A spreadsheet calculator (supplementary appendix) was developed to estimate the probability of needing aggressive immunosuppression with cytostatics using a logistic regression equation with the variables included in the model:

where dbp=diastolic BP in mm Hg, Cr=creatinine in mg/dl, C3=complement C3 in mg/dl, Prot=proteinuria in 24h in mg, h=hematuria (maximum number of erythrocytes per high power field), l=leukocyturia (maximum number of leukocytes per high power field).

As an exploratory approach, different cut-off points were sought for the needing of aggressive immunosuppression with high specificity or with high sensitivity to confirm or discard, respectively. Based on this equation, and considering as a positive cut-off point the probability of 0.8, an 81.3% sensitivity and 92.7% specificity with a positive likelihood ratio (LR)=11 was obtained. On the other hand, under a probability of 0.4 a 95.6% sensitivity and 46.4% specificity with a negative LR=0.09 was obtained. On the whole cohort, 178 patients (80%) were classified as above 0.8 or under 0.4. In the gray zone between these two cut-off points, 45 of 223 patients (20%) might have to undergo kidney biopsy to decide their treatment.


The therapeutic options currently available for LN patients are limited and, in the real clinical scenario, the situation is limited to defining for each case whether it is necessary to add high doses of cytostatics medications to conventional treatment. Traditionally, clinicians have considered that an individual analysis of clinical and laboratory variables does not allow establishing which patients have forms of LN that require aggressive treatment. For the first time, in accordance with the literature reviewed, a clinical prediction model was developed for the needing of aggressive immunosuppression with cytostatics in SLE patients over 16 years of age and with nephritis with less than 6 months of evolution of the symptoms attributable to nephritis. One of the main advantages of the model is that it is exclusively based on easy to measure routine clinical and laboratory parameters in the study of every SLE patient. Furthermore, there is no verification bias because a biopsy is performed equally on everyone suspected of nephritis regardless if clinical and laboratory findings are slight or severe.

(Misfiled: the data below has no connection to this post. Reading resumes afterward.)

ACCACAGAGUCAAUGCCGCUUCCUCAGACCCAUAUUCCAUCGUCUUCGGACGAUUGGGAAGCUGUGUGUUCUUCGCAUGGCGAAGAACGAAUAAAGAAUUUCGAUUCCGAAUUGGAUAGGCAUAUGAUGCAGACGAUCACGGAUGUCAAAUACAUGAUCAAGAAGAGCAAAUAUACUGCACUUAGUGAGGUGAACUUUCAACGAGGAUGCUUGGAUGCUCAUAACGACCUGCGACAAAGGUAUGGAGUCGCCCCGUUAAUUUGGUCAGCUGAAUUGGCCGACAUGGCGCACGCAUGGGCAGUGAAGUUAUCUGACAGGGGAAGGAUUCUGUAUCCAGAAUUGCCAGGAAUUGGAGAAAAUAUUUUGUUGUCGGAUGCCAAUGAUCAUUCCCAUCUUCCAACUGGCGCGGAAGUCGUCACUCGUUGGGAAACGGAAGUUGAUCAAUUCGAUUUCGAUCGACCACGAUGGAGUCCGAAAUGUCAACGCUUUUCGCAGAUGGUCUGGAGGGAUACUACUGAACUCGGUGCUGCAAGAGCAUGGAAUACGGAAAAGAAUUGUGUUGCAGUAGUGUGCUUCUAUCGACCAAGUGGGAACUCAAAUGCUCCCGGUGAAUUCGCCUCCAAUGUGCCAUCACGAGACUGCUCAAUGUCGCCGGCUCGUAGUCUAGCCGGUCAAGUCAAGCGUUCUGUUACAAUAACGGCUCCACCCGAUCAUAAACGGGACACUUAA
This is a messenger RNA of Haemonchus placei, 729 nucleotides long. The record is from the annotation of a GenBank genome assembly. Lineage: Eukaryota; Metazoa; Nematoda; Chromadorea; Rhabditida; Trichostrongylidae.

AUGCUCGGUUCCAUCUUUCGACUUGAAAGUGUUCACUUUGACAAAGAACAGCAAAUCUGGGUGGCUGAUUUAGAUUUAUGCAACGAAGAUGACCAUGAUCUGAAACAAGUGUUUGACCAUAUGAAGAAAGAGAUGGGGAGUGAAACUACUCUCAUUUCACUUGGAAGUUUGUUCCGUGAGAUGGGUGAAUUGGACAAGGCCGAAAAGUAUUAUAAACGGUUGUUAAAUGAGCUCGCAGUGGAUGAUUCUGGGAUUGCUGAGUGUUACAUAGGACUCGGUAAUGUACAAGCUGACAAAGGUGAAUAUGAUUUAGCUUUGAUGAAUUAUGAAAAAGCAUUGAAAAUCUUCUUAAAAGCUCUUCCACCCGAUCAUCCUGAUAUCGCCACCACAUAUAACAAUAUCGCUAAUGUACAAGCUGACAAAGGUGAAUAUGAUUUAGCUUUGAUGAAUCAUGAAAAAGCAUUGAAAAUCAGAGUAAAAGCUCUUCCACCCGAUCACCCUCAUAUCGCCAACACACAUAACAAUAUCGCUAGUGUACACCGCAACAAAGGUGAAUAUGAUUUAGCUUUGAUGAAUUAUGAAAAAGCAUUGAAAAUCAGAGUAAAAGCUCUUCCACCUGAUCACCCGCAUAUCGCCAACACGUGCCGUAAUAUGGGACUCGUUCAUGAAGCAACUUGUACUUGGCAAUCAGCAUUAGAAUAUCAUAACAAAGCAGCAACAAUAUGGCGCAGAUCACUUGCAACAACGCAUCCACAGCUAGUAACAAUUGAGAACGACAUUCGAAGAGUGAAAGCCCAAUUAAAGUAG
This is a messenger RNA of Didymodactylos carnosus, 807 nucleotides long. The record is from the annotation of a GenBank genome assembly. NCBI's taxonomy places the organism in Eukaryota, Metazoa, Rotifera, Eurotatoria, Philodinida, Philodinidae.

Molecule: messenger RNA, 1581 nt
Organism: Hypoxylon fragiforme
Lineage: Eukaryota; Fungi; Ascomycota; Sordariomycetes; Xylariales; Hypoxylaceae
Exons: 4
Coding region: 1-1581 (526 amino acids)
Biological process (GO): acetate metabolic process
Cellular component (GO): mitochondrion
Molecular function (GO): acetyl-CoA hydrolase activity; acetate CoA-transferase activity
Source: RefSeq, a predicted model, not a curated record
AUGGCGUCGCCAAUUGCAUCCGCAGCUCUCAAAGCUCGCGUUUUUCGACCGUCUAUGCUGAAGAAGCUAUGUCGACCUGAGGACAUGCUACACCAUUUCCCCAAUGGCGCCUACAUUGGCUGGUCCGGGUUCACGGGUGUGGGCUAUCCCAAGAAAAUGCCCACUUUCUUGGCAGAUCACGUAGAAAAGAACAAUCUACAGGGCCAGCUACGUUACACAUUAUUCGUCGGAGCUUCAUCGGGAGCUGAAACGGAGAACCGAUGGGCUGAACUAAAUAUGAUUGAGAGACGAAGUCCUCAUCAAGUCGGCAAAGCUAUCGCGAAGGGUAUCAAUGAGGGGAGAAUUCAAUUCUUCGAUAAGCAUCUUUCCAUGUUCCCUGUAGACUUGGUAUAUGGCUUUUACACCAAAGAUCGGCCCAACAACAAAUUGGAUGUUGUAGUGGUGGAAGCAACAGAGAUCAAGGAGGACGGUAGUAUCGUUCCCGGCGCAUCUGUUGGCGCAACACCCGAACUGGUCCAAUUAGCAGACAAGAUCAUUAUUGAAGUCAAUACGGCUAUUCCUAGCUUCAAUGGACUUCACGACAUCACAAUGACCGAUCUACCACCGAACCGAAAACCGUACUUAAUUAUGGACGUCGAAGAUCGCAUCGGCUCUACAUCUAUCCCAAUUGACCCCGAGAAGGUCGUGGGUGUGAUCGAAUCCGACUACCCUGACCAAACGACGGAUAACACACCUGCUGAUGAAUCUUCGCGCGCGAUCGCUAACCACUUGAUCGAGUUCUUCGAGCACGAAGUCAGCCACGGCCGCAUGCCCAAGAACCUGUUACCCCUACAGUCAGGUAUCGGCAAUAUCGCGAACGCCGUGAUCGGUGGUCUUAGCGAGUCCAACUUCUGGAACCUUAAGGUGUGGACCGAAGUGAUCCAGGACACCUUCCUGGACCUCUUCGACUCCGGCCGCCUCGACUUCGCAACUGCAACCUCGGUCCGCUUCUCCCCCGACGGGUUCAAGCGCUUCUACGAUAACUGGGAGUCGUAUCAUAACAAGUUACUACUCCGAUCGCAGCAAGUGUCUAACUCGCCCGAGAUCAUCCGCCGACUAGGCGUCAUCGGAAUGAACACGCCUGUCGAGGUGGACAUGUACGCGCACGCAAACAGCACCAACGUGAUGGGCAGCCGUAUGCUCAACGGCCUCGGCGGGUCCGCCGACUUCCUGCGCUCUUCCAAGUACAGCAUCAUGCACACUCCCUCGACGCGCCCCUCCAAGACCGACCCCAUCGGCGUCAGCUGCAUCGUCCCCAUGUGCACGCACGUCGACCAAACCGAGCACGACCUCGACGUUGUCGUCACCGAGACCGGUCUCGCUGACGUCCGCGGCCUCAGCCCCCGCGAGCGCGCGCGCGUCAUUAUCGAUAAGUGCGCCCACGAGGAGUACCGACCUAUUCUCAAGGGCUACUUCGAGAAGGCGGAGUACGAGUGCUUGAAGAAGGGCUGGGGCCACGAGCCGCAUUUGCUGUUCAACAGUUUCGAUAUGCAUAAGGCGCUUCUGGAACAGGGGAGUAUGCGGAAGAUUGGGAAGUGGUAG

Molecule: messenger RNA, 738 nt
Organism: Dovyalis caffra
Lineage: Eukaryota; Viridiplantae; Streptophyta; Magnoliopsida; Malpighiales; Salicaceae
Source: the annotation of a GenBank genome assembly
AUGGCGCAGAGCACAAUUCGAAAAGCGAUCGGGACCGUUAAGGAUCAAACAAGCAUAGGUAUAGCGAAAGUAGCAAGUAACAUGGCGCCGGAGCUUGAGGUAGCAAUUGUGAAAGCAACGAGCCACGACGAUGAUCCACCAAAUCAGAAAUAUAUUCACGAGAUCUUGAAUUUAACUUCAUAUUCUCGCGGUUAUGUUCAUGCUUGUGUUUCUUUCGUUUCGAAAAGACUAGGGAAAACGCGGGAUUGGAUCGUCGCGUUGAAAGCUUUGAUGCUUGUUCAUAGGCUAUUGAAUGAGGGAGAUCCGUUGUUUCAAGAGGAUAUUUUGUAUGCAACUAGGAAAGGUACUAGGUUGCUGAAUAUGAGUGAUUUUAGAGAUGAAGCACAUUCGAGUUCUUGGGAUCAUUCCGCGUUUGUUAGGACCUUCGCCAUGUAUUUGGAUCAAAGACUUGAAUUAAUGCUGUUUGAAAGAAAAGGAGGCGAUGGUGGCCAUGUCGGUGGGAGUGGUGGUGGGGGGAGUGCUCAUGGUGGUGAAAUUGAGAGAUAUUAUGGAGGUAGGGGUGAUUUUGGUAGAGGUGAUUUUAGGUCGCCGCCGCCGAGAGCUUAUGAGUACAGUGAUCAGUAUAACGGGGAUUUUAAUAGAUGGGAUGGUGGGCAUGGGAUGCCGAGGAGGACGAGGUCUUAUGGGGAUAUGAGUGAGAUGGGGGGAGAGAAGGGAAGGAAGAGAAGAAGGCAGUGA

Our model involves the variables diastolic BP, creatinine, C3, proteinuria and sediment, a variable that combines hematuria and leukocyturia. Even though this is the first study attempting to develop a multivariate model, other authors have previously attempted to find out which variables relate with the same outcome considered here. Wakasugi et al. found that in silent-nephritis patients the high titers of anti-DNA antibodies and the very low levels of complement C3 are related to the finding of a form of class III or IV proliferative nephritis.15 Likewise, Mitjavila et al. reported that the high titers of anti-DNA and lower levels of hemolytic complement CH100 were highly suggestive of proliferative glomerulonephritis.13 In another recent study of clinical pathological correlation, it was found that patients with proliferative class IV LN more frequently presented hematuria, proteinuria, hypertension, increase of blood ureic nitrogen, anemia, hypoalbuminemia and positive anti-DNA antibodies.14 In an additional study, a univariate retrospective analysis was conducted to identify factors associated with proliferative LN and then it was evaluated the diagnostic performance of different mixed models combining some of these factors.16 The variables related to a proliferative form of nephritis were male gender, hematuria, proteinuria, hypoalbuminemia, and C3 and C4 hypocomplementemia, as well as high titers of anti-DNA antibodies. Despite several of these studies showed association between anti-DNA antibodies and proliferative nephritis, this variable was not included in our final model. Although it is possible that such variable does not add extra information to the “renal inflammation” showed by C3, proteinuria and sediment34; some type of residual confusion due to technical and operational limitations in the method of indirect immunofluorescence cannot be discarded.35,36 Other studies suggest poor clinical–histological correlation due to the presence of proliferative forms in patients with low proteinuria with or without hematuria, or the presence of nonproliferative forms in patients presenting nephrotic syndrome. These discrepancies with our results may be due to the univariate approach in their design or the particular selection of patients and populations included in each case.37–39